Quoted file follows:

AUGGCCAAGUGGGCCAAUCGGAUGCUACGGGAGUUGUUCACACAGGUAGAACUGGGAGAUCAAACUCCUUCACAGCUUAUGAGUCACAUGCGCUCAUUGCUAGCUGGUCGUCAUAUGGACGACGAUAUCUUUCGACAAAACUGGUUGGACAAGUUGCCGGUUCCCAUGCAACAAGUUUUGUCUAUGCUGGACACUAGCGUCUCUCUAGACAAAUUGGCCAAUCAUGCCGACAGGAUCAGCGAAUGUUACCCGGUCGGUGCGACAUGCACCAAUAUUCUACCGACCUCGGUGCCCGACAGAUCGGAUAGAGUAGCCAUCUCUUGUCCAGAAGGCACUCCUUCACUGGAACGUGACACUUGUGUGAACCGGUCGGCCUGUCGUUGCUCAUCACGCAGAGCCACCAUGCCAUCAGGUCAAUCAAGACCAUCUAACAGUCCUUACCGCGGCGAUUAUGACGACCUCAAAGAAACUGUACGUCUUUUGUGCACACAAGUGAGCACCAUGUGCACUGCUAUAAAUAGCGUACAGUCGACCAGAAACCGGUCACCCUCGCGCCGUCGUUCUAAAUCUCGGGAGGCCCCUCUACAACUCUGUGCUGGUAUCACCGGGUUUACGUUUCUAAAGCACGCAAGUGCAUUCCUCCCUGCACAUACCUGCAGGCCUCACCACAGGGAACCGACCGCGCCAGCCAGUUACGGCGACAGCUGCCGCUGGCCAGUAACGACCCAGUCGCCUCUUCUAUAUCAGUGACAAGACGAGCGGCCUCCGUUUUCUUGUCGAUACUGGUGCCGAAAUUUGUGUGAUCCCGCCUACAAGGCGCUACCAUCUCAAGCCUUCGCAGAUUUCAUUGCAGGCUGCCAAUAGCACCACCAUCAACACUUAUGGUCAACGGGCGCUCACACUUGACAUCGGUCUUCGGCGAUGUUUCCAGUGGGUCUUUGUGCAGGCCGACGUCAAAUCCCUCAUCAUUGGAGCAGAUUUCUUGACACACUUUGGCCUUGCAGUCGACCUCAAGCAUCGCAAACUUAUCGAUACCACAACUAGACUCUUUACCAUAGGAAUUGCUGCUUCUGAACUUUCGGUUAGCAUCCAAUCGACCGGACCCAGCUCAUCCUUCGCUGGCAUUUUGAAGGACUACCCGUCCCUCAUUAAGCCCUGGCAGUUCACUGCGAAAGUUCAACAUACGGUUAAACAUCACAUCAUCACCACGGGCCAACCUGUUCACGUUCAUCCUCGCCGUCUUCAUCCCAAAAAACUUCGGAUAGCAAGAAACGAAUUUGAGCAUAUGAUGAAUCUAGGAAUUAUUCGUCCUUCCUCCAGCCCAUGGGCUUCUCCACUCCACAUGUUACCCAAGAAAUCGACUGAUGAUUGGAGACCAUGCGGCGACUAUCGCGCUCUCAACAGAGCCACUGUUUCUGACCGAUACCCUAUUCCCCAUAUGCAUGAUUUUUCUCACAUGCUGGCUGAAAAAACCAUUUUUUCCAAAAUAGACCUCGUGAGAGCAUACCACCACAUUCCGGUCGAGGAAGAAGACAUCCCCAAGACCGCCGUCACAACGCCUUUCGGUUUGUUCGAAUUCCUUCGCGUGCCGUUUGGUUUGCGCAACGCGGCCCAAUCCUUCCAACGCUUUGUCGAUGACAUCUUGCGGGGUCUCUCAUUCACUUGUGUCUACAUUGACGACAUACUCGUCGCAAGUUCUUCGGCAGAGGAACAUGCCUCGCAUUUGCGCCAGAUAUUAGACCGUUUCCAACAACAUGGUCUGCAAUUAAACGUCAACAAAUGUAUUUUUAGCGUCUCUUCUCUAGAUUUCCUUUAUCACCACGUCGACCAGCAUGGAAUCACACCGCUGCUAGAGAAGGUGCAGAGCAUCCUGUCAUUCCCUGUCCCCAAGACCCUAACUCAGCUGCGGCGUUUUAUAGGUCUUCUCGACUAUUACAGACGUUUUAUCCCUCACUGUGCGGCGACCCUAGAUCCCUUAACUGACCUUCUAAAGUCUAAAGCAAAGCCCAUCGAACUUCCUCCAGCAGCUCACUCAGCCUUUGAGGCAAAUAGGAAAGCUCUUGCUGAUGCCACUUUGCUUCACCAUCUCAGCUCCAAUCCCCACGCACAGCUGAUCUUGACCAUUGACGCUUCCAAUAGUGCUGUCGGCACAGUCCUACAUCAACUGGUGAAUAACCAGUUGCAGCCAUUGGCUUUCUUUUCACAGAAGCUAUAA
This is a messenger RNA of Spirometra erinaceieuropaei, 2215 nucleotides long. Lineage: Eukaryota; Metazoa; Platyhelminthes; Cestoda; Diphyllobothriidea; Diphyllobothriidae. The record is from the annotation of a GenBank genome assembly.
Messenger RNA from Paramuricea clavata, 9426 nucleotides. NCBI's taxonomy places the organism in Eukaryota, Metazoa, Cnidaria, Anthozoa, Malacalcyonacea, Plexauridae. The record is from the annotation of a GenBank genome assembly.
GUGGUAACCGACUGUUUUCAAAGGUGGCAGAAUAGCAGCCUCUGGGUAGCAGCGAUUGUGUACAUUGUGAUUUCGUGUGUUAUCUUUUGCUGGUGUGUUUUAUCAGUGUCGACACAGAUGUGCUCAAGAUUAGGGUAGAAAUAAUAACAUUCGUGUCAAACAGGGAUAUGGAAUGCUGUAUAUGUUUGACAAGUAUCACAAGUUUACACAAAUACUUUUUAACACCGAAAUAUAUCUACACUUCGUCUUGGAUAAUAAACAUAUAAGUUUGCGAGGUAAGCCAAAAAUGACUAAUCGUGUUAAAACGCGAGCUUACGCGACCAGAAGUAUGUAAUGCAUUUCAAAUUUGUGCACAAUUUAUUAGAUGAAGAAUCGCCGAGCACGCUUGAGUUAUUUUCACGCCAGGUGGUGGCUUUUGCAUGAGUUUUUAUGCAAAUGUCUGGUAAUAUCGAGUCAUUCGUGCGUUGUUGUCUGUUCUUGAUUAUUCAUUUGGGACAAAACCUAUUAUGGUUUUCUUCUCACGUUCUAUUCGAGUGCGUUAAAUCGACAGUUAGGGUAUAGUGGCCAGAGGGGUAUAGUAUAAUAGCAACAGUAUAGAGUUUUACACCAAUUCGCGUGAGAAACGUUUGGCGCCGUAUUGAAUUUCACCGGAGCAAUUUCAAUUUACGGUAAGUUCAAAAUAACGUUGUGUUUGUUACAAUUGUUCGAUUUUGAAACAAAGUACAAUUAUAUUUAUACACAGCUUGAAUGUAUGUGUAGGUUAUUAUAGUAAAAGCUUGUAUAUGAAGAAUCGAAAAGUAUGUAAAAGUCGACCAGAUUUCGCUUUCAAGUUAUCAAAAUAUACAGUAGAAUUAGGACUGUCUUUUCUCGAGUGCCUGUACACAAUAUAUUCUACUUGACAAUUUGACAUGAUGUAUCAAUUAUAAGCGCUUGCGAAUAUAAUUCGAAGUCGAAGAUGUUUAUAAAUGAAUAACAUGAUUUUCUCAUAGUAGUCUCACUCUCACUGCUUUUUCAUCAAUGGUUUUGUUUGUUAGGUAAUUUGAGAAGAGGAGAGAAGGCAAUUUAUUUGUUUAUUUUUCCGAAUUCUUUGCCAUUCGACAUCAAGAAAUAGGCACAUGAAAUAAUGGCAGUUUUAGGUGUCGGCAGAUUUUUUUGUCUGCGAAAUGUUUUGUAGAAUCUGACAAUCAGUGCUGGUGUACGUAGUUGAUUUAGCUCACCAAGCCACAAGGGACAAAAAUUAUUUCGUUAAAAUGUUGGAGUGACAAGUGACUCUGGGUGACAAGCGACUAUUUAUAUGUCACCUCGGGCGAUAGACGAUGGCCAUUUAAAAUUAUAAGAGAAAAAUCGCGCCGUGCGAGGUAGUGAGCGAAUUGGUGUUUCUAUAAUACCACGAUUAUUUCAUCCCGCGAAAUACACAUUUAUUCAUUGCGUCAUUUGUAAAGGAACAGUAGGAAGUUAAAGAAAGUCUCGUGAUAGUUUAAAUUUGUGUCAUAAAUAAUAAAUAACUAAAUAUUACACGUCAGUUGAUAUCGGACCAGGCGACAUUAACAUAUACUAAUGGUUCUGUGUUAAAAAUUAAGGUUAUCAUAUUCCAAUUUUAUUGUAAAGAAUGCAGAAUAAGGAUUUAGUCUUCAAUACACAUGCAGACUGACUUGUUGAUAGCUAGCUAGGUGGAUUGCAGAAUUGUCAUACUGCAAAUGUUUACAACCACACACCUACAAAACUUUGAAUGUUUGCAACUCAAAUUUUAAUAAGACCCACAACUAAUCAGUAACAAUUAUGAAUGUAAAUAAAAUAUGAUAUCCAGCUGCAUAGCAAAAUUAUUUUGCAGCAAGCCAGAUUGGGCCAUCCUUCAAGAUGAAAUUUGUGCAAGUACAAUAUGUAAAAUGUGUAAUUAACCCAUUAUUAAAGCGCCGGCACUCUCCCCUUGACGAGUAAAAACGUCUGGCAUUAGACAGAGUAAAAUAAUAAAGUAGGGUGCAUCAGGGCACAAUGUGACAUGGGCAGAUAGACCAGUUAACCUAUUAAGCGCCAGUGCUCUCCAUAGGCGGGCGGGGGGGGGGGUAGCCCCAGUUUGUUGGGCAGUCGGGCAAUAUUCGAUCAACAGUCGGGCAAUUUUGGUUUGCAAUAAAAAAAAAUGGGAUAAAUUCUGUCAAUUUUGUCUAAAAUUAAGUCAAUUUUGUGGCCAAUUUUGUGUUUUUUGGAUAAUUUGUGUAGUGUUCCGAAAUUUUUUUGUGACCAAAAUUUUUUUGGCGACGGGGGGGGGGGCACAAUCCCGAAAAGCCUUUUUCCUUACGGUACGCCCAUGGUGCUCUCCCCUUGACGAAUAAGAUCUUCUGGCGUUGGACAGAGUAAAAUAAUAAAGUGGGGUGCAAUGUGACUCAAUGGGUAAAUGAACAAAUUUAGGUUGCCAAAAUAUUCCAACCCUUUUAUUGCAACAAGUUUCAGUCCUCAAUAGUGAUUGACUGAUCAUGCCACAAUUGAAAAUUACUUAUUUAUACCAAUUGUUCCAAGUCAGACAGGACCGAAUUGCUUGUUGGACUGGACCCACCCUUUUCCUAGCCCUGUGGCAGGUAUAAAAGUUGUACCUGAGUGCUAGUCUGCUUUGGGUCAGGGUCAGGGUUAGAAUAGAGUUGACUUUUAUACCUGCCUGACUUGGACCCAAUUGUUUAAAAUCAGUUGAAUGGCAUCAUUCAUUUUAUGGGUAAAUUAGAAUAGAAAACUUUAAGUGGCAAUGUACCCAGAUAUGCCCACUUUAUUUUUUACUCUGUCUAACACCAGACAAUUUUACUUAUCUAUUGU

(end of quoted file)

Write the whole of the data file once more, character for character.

AUGGCCAAGUGGGCCAAUCGGAUGCUACGGGAGUUGUUCACACAGGUAGAACUGGGAGAUCAAACUCCUUCACAGCUUAUGAGUCACAUGCGCUCAUUGCUAGCUGGUCGUCAUAUGGACGACGAUAUCUUUCGACAAAACUGGUUGGACAAGUUGCCGGUUCCCAUGCAACAAGUUUUGUCUAUGCUGGACACUAGCGUCUCUCUAGACAAAUUGGCCAAUCAUGCCGACAGGAUCAGCGAAUGUUACCCGGUCGGUGCGACAUGCACCAAUAUUCUACCGACCUCGGUGCCCGACAGAUCGGAUAGAGUAGCCAUCUCUUGUCCAGAAGGCACUCCUUCACUGGAACGUGACACUUGUGUGAACCGGUCGGCCUGUCGUUGCUCAUCACGCAGAGCCACCAUGCCAUCAGGUCAAUCAAGACCAUCUAACAGUCCUUACCGCGGCGAUUAUGACGACCUCAAAGAAACUGUACGUCUUUUGUGCACACAAGUGAGCACCAUGUGCACUGCUAUAAAUAGCGUACAGUCGACCAGAAACCGGUCACCCUCGCGCCGUCGUUCUAAAUCUCGGGAGGCCCCUCUACAACUCUGUGCUGGUAUCACCGGGUUUACGUUUCUAAAGCACGCAAGUGCAUUCCUCCCUGCACAUACCUGCAGGCCUCACCACAGGGAACCGACCGCGCCAGCCAGUUACGGCGACAGCUGCCGCUGGCCAGUAACGACCCAGUCGCCUCUUCUAUAUCAGUGACAAGACGAGCGGCCUCCGUUUUCUUGUCGAUACUGGUGCCGAAAUUUGUGUGAUCCCGCCUACAAGGCGCUACCAUCUCAAGCCUUCGCAGAUUUCAUUGCAGGCUGCCAAUAGCACCACCAUCAACACUUAUGGUCAACGGGCGCUCACACUUGACAUCGGUCUUCGGCGAUGUUUCCAGUGGGUCUUUGUGCAGGCCGACGUCAAAUCCCUCAUCAUUGGAGCAGAUUUCUUGACACACUUUGGCCUUGCAGUCGACCUCAAGCAUCGCAAACUUAUCGAUACCACAACUAGACUCUUUACCAUAGGAAUUGCUGCUUCUGAACUUUCGGUUAGCAUCCAAUCGACCGGACCCAGCUCAUCCUUCGCUGGCAUUUUGAAGGACUACCCGUCCCUCAUUAAGCCCUGGCAGUUCACUGCGAAAGUUCAACAUACGGUUAAACAUCACAUCAUCACCACGGGCCAACCUGUUCACGUUCAUCCUCGCCGUCUUCAUCCCAAAAAACUUCGGAUAGCAAGAAACGAAUUUGAGCAUAUGAUGAAUCUAGGAAUUAUUCGUCCUUCCUCCAGCCCAUGGGCUUCUCCACUCCACAUGUUACCCAAGAAAUCGACUGAUGAUUGGAGACCAUGCGGCGACUAUCGCGCUCUCAACAGAGCCACUGUUUCUGACCGAUACCCUAUUCCCCAUAUGCAUGAUUUUUCUCACAUGCUGGCUGAAAAAACCAUUUUUUCCAAAAUAGACCUCGUGAGAGCAUACCACCACAUUCCGGUCGAGGAAGAAGACAUCCCCAAGACCGCCGUCACAACGCCUUUCGGUUUGUUCGAAUUCCUUCGCGUGCCGUUUGGUUUGCGCAACGCGGCCCAAUCCUUCCAACGCUUUGUCGAUGACAUCUUGCGGGGUCUCUCAUUCACUUGUGUCUACAUUGACGACAUACUCGUCGCAAGUUCUUCGGCAGAGGAACAUGCCUCGCAUUUGCGCCAGAUAUUAGACCGUUUCCAACAACAUGGUCUGCAAUUAAACGUCAACAAAUGUAUUUUUAGCGUCUCUUCUCUAGAUUUCCUUUAUCACCACGUCGACCAGCAUGGAAUCACACCGCUGCUAGAGAAGGUGCAGAGCAUCCUGUCAUUCCCUGUCCCCAAGACCCUAACUCAGCUGCGGCGUUUUAUAGGUCUUCUCGACUAUUACAGACGUUUUAUCCCUCACUGUGCGGCGACCCUAGAUCCCUUAACUGACCUUCUAAAGUCUAAAGCAAAGCCCAUCGAACUUCCUCCAGCAGCUCACUCAGCCUUUGAGGCAAAUAGGAAAGCUCUUGCUGAUGCCACUUUGCUUCACCAUCUCAGCUCCAAUCCCCACGCACAGCUGAUCUUGACCAUUGACGCUUCCAAUAGUGCUGUCGGCACAGUCCUACAUCAACUGGUGAAUAACCAGUUGCAGCCAUUGGCUUUCUUUUCACAGAAGCUAUAA
This is a messenger RNA of Spirometra erinaceieuropaei, 2215 nucleotides long. Lineage: Eukaryota; Metazoa; Platyhelminthes; Cestoda; Diphyllobothriidea; Diphyllobothriidae. The record is from the annotation of a GenBank genome assembly.
Messenger RNA from Paramuricea clavata, 9426 nucleotides. NCBI's taxonomy places the organism in Eukaryota, Metazoa, Cnidaria, Anthozoa, Malacalcyonacea, Plexauridae. The record is from the annotation of a GenBank genome assembly.
GUGGUAACCGACUGUUUUCAAAGGUGGCAGAAUAGCAGCCUCUGGGUAGCAGCGAUUGUGUACAUUGUGAUUUCGUGUGUUAUCUUUUGCUGGUGUGUUUUAUCAGUGUCGACACAGAUGUGCUCAAGAUUAGGGUAGAAAUAAUAACAUUCGUGUCAAACAGGGAUAUGGAAUGCUGUAUAUGUUUGACAAGUAUCACAAGUUUACACAAAUACUUUUUAACACCGAAAUAUAUCUACACUUCGUCUUGGAUAAUAAACAUAUAAGUUUGCGAGGUAAGCCAAAAAUGACUAAUCGUGUUAAAACGCGAGCUUACGCGACCAGAAGUAUGUAAUGCAUUUCAAAUUUGUGCACAAUUUAUUAGAUGAAGAAUCGCCGAGCACGCUUGAGUUAUUUUCACGCCAGGUGGUGGCUUUUGCAUGAGUUUUUAUGCAAAUGUCUGGUAAUAUCGAGUCAUUCGUGCGUUGUUGUCUGUUCUUGAUUAUUCAUUUGGGACAAAACCUAUUAUGGUUUUCUUCUCACGUUCUAUUCGAGUGCGUUAAAUCGACAGUUAGGGUAUAGUGGCCAGAGGGGUAUAGUAUAAUAGCAACAGUAUAGAGUUUUACACCAAUUCGCGUGAGAAACGUUUGGCGCCGUAUUGAAUUUCACCGGAGCAAUUUCAAUUUACGGUAAGUUCAAAAUAACGUUGUGUUUGUUACAAUUGUUCGAUUUUGAAACAAAGUACAAUUAUAUUUAUACACAGCUUGAAUGUAUGUGUAGGUUAUUAUAGUAAAAGCUUGUAUAUGAAGAAUCGAAAAGUAUGUAAAAGUCGACCAGAUUUCGCUUUCAAGUUAUCAAAAUAUACAGUAGAAUUAGGACUGUCUUUUCUCGAGUGCCUGUACACAAUAUAUUCUACUUGACAAUUUGACAUGAUGUAUCAAUUAUAAGCGCUUGCGAAUAUAAUUCGAAGUCGAAGAUGUUUAUAAAUGAAUAACAUGAUUUUCUCAUAGUAGUCUCACUCUCACUGCUUUUUCAUCAAUGGUUUUGUUUGUUAGGUAAUUUGAGAAGAGGAGAGAAGGCAAUUUAUUUGUUUAUUUUUCCGAAUUCUUUGCCAUUCGACAUCAAGAAAUAGGCACAUGAAAUAAUGGCAGUUUUAGGUGUCGGCAGAUUUUUUUGUCUGCGAAAUGUUUUGUAGAAUCUGACAAUCAGUGCUGGUGUACGUAGUUGAUUUAGCUCACCAAGCCACAAGGGACAAAAAUUAUUUCGUUAAAAUGUUGGAGUGACAAGUGACUCUGGGUGACAAGCGACUAUUUAUAUGUCACCUCGGGCGAUAGACGAUGGCCAUUUAAAAUUAUAAGAGAAAAAUCGCGCCGUGCGAGGUAGUGAGCGAAUUGGUGUUUCUAUAAUACCACGAUUAUUUCAUCCCGCGAAAUACACAUUUAUUCAUUGCGUCAUUUGUAAAGGAACAGUAGGAAGUUAAAGAAAGUCUCGUGAUAGUUUAAAUUUGUGUCAUAAAUAAUAAAUAACUAAAUAUUACACGUCAGUUGAUAUCGGACCAGGCGACAUUAACAUAUACUAAUGGUUCUGUGUUAAAAAUUAAGGUUAUCAUAUUCCAAUUUUAUUGUAAAGAAUGCAGAAUAAGGAUUUAGUCUUCAAUACACAUGCAGACUGACUUGUUGAUAGCUAGCUAGGUGGAUUGCAGAAUUGUCAUACUGCAAAUGUUUACAACCACACACCUACAAAACUUUGAAUGUUUGCAACUCAAAUUUUAAUAAGACCCACAACUAAUCAGUAACAAUUAUGAAUGUAAAUAAAAUAUGAUAUCCAGCUGCAUAGCAAAAUUAUUUUGCAGCAAGCCAGAUUGGGCCAUCCUUCAAGAUGAAAUUUGUGCAAGUACAAUAUGUAAAAUGUGUAAUUAACCCAUUAUUAAAGCGCCGGCACUCUCCCCUUGACGAGUAAAAACGUCUGGCAUUAGACAGAGUAAAAUAAUAAAGUAGGGUGCAUCAGGGCACAAUGUGACAUGGGCAGAUAGACCAGUUAACCUAUUAAGCGCCAGUGCUCUCCAUAGGCGGGCGGGGGGGGGGGUAGCCCCAGUUUGUUGGGCAGUCGGGCAAUAUUCGAUCAACAGUCGGGCAAUUUUGGUUUGCAAUAAAAAAAAAUGGGAUAAAUUCUGUCAAUUUUGUCUAAAAUUAAGUCAAUUUUGUGGCCAAUUUUGUGUUUUUUGGAUAAUUUGUGUAGUGUUCCGAAAUUUUUUUGUGACCAAAAUUUUUUUGGCGACGGGGGGGGGGGCACAAUCCCGAAAAGCCUUUUUCCUUACGGUACGCCCAUGGUGCUCUCCCCUUGACGAAUAAGAUCUUCUGGCGUUGGACAGAGUAAAAUAAUAAAGUGGGGUGCAAUGUGACUCAAUGGGUAAAUGAACAAAUUUAGGUUGCCAAAAUAUUCCAACCCUUUUAUUGCAACAAGUUUCAGUCCUCAAUAGUGAUUGACUGAUCAUGCCACAAUUGAAAAUUACUUAUUUAUACCAAUUGUUCCAAGUCAGACAGGACCGAAUUGCUUGUUGGACUGGACCCACCCUUUUCCUAGCCCUGUGGCAGGUAUAAAAGUUGUACCUGAGUGCUAGUCUGCUUUGGGUCAGGGUCAGGGUUAGAAUAGAGUUGACUUUUAUACCUGCCUGACUUGGACCCAAUUGUUUAAAAUCAGUUGAAUGGCAUCAUUCAUUUUAUGGGUAAAUUAGAAUAGAAAACUUUAAGUGGCAAUGUACCCAGAUAUGCCCACUUUAUUUUUUACUCUGUCUAACACCAGACAAUUUUACUUAUCUAUUGU